Before we talk about cordage, just want to mention that the Primitive Survival Skills 101 scheduled for Nov. 5, 2016 will be the last scheduled class of 2016. There are still spots open so if you know of anyone interested please let them know. Thanks !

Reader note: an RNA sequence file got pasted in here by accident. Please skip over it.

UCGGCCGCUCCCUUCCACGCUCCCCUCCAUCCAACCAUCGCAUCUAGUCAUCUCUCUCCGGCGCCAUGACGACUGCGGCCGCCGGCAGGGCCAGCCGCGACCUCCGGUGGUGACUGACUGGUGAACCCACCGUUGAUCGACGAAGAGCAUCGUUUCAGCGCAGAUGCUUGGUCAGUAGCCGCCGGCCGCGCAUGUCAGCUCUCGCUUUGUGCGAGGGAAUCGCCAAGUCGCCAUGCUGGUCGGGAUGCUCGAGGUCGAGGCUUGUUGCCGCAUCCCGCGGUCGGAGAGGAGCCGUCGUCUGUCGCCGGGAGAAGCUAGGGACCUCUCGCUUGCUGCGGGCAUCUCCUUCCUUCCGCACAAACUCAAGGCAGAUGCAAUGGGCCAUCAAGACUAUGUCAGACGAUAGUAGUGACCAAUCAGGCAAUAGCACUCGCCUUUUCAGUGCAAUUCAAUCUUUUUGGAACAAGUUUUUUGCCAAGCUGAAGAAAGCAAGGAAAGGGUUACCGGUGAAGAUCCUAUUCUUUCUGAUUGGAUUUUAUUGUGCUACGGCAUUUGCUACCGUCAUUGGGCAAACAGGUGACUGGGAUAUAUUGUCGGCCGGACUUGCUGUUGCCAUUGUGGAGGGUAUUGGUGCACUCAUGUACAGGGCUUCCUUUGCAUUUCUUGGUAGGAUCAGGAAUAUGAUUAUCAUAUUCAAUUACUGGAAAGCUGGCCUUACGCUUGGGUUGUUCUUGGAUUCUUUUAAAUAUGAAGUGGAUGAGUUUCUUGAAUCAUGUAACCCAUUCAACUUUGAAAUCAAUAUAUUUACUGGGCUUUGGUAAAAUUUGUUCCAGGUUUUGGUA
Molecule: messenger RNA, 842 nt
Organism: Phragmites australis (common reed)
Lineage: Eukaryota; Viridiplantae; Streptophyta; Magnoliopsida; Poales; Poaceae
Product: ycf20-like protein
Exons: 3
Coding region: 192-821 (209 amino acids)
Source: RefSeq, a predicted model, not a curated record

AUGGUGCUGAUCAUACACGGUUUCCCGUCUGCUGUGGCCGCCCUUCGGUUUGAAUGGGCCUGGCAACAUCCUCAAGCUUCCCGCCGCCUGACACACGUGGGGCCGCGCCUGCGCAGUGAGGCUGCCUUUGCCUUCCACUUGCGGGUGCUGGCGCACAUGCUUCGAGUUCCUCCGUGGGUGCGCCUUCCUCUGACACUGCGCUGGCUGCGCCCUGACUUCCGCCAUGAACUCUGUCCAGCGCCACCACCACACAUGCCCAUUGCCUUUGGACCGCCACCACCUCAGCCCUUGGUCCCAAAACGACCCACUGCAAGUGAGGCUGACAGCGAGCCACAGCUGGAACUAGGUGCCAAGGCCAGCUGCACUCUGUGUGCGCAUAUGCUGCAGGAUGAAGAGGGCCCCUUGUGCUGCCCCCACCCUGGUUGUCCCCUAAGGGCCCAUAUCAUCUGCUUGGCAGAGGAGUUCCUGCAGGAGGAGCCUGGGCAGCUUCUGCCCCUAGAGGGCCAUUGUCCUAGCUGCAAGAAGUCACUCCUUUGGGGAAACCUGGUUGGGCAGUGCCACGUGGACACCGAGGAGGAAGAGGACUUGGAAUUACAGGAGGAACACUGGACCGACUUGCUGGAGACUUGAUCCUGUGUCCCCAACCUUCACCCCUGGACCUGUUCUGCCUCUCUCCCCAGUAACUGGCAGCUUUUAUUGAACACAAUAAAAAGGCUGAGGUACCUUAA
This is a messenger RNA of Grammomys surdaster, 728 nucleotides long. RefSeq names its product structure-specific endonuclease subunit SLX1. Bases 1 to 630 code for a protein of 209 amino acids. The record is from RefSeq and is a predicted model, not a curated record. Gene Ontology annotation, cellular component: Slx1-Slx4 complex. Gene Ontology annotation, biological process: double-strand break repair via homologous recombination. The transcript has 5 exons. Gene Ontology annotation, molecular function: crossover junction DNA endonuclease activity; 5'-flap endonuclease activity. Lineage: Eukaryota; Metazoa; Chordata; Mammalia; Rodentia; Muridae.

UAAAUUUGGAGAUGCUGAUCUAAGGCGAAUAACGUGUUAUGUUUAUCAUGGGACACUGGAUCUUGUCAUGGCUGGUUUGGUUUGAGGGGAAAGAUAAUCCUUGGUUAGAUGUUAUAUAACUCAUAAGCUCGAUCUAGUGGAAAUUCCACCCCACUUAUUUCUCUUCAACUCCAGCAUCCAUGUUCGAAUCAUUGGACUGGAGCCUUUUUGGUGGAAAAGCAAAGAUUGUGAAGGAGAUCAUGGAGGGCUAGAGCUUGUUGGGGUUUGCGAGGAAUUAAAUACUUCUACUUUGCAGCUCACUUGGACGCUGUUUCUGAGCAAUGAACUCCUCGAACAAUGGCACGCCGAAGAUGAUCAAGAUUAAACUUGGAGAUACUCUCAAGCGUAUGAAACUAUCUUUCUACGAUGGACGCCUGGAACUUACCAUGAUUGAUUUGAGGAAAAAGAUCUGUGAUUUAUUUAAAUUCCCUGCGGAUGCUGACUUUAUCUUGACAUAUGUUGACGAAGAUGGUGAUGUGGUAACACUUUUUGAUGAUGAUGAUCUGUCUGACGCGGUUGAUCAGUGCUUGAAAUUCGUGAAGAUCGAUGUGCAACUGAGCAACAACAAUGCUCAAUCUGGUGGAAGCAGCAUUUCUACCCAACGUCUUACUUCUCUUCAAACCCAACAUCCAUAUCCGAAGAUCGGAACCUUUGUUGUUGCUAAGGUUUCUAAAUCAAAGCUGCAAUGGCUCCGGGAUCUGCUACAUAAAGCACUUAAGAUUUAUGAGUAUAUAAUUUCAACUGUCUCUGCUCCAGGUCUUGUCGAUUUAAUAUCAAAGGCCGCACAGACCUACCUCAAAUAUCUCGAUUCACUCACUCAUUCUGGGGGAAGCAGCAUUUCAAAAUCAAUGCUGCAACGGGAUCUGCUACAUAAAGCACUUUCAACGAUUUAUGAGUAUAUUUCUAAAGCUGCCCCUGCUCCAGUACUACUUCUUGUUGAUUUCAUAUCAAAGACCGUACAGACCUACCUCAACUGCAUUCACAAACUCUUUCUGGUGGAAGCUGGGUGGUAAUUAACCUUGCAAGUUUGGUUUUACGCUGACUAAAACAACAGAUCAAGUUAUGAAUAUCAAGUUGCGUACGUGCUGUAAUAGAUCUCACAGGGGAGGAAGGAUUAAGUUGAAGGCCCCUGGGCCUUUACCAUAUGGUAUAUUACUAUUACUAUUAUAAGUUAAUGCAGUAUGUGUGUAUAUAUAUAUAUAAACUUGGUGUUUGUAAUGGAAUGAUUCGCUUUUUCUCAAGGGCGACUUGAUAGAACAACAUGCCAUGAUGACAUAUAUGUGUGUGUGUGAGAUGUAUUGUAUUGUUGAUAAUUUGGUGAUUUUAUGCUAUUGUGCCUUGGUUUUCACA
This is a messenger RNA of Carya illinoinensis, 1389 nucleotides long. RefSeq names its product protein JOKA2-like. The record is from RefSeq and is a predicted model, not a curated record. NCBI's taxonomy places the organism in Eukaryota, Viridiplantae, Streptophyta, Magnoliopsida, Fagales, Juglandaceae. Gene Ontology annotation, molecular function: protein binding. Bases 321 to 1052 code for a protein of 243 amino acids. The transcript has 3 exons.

Now is the time to harvest cordage plants. Dogbane, milkweed and stinging nettle should be harvested now. Yucca can be harvested most any time. I like to let the dogbane and milkweed dry a week or so before using. Use a smooth round rock or small log ( think small baseball bat ) to lightly pound the stalks. The goal is to separate the stalks into 4 equal lengthwise pieces. Then you carefully start bending each piece every few inches or so, this will break up the pithy,woody inside so that you can separate it from the usable bark. Once you have removed all of the pith you should have several feet of good useable bark to start making your cordage. Not all plants work, some bark just seems to break no matter how careful you are. Just like any other survival skill, it takes lots of practice to get the hang of this. However, I have had students in their first workshop make amazing cordage. If you don't have cordage plants around your area, go to the hardware store and get a roll of jute string. It is a 3 ply cordage. It is a good inexpensive twine to practice making your own cordage. Next month we will discuss why cordage is so important and how to make it once you have your processed materials.
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